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A gamekeeper has been convicted of endangering an aircraft after driving straight at a low-flying helicopter.
A court heard Malcolm Hughes, 61, could have killed the two pilots when he drove his Land Rover at the Army Air Corps Squirrel helicopter.
Pilot Lieutenant Andrew Higgins was seconds from dropping to just 5ft above the ground when his co-pilot spotted Hughes's vehicle and disaster was averted.
Hughes, of Raffin Lane, Pewsey, Wiltshire, denied a single charge of acting in a manner likely to endanger aircraft.
However, a jury found him guilty after a three-day trial at Salisbury Crown Court.
Prosecutor Justin Gau had told jurors that Hughes had driven underneath the helicopter.
''It remained there and then drove off a few yards and the defendant was seen gesticulating angrily and making signs that the vehicle should depart,'' Mr Gau said.
''It was clear and quite intentional the Land Rover had been driven at the helicopter.''
Mr Gau added: ''Had it not been spotted, it is quite clear that the rotor of the helicopter would have been hit by the car and a fatal crash would have occurred.''
Lt Higgins was teaching trainee pilot Bombardier Henry Luck low-flying manoeuvres over farmland at Wootton Rivers, near Pewsey, on the afternoon of December 9, 2009.
The helicopter had taken off from the Middle Wallop airbase in Hampshire and flown towards Pewsey, on a route used by the Army Air Corps every three months.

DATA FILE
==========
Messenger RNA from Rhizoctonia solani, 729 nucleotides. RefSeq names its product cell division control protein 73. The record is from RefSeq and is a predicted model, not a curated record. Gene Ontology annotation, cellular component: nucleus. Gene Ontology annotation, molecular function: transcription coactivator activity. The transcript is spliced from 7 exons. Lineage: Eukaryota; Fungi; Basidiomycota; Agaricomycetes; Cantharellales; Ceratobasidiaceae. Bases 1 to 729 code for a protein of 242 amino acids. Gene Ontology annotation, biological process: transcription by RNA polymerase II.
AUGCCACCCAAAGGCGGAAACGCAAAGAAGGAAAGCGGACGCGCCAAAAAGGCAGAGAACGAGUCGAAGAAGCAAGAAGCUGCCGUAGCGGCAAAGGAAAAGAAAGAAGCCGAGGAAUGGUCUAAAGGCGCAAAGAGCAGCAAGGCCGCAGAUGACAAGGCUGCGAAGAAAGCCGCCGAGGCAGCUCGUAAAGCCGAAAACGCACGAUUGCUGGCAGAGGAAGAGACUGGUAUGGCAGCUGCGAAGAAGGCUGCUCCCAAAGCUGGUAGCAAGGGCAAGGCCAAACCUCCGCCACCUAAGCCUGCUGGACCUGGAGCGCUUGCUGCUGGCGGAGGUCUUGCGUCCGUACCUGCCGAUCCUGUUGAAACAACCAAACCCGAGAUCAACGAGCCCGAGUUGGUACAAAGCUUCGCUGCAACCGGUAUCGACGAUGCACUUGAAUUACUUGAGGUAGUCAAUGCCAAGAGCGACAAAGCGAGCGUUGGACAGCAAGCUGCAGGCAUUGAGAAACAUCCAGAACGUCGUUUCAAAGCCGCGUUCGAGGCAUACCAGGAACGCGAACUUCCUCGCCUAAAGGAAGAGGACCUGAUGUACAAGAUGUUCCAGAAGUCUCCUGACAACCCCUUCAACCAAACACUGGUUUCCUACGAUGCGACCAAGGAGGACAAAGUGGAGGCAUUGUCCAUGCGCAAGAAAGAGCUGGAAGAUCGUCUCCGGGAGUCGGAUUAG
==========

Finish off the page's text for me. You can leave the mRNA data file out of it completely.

Lt Higgins said he was just about to descend to 5ft when Bmdr Luck raised the alarm.
''He suddenly said 'Stop' at about 10ft as we started to descend,'' the officer said.
''As soon as he said stop, I looked to the direction he was looking and about half a second later I saw a Land Rover driving underneath the helicopter.
''It moved forward towards the other side of the field and stopped and the occupant gesticulated for us to depart.''
Lt Higgins added: ''It was a bit of shock at the time. However, he was vigorously moving his arm out of the window.''
The pilot maintained that, had he not taken evasive action, the helicopter would have struck the Land Rover.
''In the worst case, the tail rotor would have hit the vehicle and it would have resulted in the vehicle crashing,'' he added.
After being arrested, Hughes told police that he had never driven under the helicopter and the closest he had been was 300 metres away.
He said he drove towards the helicopter because he wanted to get close enough to take the aircraft's serial number and report it to the authorities for low flying - a just as his employer had told him to do.
Judge Douglas Field adjourned the case until August 24 when sentencing will take place at Swindon Crown Court.